An old man, wrapped in a purple lungi, sits stooped over the steps of a ghat leading to a river. His body ravaged by time, the outline of his bones peep through the skin on his back, he remains focused on washing a saffron-coloured garment. With each successive wash, the saffron from the garment bleeds into the water, colouring it. Symbolising the fragility of life and the environment, this video, titled ‘Yudhisthira Washing’, was created by Delhi-based artist Atul Bhalla around 2007, as part of his ongoing Yamuna Project, chronicling the degradation of the river. However, it gains new significance given the current political scenario. “The work was inspired from the Yaksha Prashna portion of the Mahabharata — a series of questions between Yudhisthira and the Yaksha of a lake — which is open to multiple meanings,” says Bhalla, who has over the years worked extensively with water and its centrality. Another photographic work by him shows words floating on the Yamuna that together read ho raha hai aaj bhi wahi sab (the same thing still happens even today).
These works are part of an ongoing exhibition titled ‘Degenerate’ in Delhi. Curated by Blessy Augustine, it also features the works of Ruby Chishti, Minal Damani, Jagannath Panda, Ashim Purkayastha and B Ajay Kumar Sharma. In their own ways, the artists comment on the tensions of life in the megalopolis which always seems near bursting point.
On a lighter note, the Orissa-born, Delhi-based Panda’s set of photographs and sculptural work looks at the man-nature struggle and the constant jostling for space. One may be familiar with his larger-than-life peacocks and golden deer, but this time he has chosen to enlarge one of the more marginal creatures of our urban landscape — the snail. Panda has created a miniature house, complete with a garden and tiny furniture. A toy snail larger than the house crawls up its walls, creating a real Alice in Wonderland moment. Another set of photographs by him positions a bovine in the midst of construction work. “I shot these in 2011, near my studio, where a lot of construction was happening. The whole idea was to capture the cow at the centre of the construction work, as if seeing the world from the animal’s point of view. In the photos the cow appears larger than the structure — the same principle was applied for the snail. Essentially it is to say that living beings are bigger and more important than edifices,” says Panda.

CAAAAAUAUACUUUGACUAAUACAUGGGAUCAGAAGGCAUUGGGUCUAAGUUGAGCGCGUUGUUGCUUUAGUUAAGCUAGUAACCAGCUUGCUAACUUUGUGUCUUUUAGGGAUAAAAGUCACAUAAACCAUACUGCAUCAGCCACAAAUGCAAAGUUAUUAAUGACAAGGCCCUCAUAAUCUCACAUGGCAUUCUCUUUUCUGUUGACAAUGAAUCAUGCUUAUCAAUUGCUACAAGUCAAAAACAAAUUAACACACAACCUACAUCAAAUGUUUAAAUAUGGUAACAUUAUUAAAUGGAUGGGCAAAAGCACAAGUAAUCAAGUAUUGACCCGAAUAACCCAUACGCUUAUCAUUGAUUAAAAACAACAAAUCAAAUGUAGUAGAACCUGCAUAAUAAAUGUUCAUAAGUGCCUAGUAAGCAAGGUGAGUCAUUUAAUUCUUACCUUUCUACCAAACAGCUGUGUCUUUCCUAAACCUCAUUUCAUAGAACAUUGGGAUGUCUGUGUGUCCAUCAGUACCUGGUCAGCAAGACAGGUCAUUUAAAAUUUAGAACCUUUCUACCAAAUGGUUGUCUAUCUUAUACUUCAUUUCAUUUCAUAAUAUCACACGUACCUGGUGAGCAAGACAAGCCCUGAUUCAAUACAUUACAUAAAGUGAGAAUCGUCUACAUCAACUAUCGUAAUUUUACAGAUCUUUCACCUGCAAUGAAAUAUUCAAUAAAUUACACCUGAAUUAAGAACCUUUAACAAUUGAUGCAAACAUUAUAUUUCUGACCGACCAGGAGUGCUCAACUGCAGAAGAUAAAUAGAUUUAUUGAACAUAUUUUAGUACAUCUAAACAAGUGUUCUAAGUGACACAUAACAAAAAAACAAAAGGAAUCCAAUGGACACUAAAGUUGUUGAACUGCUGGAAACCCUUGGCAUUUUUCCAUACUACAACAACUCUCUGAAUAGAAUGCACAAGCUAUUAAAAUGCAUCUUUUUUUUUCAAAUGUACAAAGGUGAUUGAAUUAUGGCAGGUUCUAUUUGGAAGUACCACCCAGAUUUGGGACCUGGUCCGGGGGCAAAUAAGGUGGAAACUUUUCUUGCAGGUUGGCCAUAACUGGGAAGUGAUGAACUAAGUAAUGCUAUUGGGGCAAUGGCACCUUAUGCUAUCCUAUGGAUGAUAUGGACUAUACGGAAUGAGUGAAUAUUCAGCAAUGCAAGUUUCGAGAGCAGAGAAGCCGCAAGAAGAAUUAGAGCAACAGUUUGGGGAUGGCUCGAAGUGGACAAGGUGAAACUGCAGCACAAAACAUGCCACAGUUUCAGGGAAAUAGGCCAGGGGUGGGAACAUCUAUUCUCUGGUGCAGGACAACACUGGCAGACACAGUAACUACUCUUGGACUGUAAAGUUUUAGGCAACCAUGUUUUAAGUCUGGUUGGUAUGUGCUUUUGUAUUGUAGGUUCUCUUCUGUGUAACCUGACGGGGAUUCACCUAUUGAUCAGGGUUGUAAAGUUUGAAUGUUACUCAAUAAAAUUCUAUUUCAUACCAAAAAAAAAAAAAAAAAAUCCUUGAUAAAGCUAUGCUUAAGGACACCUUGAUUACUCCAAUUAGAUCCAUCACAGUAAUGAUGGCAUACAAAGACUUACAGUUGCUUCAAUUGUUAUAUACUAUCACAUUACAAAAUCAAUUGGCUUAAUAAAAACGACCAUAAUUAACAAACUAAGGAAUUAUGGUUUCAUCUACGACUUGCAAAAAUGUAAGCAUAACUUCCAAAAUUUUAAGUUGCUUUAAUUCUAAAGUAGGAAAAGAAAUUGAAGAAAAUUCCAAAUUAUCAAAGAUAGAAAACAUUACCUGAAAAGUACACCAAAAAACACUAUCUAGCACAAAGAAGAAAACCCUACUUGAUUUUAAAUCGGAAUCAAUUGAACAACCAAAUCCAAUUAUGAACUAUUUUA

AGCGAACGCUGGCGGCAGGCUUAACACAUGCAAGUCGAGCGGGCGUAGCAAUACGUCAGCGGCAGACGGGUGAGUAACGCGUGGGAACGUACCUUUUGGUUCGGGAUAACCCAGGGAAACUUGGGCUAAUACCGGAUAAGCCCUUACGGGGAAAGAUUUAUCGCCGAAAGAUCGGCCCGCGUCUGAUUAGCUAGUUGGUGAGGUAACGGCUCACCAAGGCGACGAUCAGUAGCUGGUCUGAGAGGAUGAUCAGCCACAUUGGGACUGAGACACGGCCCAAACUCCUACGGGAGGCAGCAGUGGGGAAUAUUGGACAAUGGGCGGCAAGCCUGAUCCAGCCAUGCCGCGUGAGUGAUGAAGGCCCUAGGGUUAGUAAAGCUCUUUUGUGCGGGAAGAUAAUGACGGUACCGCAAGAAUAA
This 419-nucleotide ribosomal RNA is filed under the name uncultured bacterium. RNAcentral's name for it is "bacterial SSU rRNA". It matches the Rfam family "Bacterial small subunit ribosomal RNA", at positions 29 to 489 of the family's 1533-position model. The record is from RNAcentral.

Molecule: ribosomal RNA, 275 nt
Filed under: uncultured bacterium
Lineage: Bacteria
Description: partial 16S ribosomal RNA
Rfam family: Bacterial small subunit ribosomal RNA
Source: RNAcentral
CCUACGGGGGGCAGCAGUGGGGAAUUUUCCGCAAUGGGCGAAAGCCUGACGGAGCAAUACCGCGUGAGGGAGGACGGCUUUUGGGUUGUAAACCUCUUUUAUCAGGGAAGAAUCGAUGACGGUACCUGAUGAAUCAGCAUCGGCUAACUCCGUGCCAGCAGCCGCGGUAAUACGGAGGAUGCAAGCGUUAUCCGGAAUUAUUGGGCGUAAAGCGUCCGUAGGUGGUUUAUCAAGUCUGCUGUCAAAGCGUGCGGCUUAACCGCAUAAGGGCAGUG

Another eye-catching work at the exhibition is a large canvas by Ashim Purkayastha. Migrating north easterners are set against a desolate rust-coloured landscape, with the carcass of a bull in the foreground. Upon closer examination the tiny figures of the north easterners seem to be taken from media images of the nude women who protested outside the Assam Rifles headquarters in Manipur after the alleged rape of a young woman by army officers. “I don’t see myself just as an artist, but as an activist,” says Purkayastha, whose thrust has been on the “ecological rape” of his homeland in Assam. In this instance, the rape of the Manipuri girl by army jawans becomes a metaphor for the pillage and de-forestation of Assam. “My work is not nostalgic but takes on the problems of an industrialising society head-on,” he adds.
One may be slightly startled by artist Ruby Chishti’s life-like sculptures of crows placed right next to Purkayastha’s vivid canvas, and perhaps that was the intention. The black and grey birds appear like silent sentries or scavengers waiting to peck at the remains of human figures. Pakistani-born Chishti is based in New York and known for her soft sculptures created out of fabric and natural materials like twigs. Her works embody a feminine energy that is fragile yet tenacious. The crows, which might appear sinister at first, succeed in underscoring these oppositional qualities.
Elaborating on the transient nature of human and animal life, B Ajay Sharma’s delicate prints on paper document the atrophy of a fish, from the moment it is pulled out of the sea till it transforms into a mere skeletal spectre. In ‘Piece, piece and pieces’, he uses a sliced papaya as a metaphor for the fragmentation and isolation of human society. The papaya slice contains a vignette of human experiences, from women harvesting rice to vendors at their vegetable and fruit stalls.
“I am interested in engaging with ideas around ambiguity and the contradictions of life and death, being and non-being,” says the Banaras-born, Delhi-based artist, who experiments with both mediums of painting and photography.
In essence, this exhibition provides a sharp, eye-opening commentary on the fragility of human and animal life that appears exacerbated by our urban excesses.
(Degenerate is on at Vadehra Art Gallery, Delhi, till June 17.)
(Georgina Maddox is a Delhi-based art writer)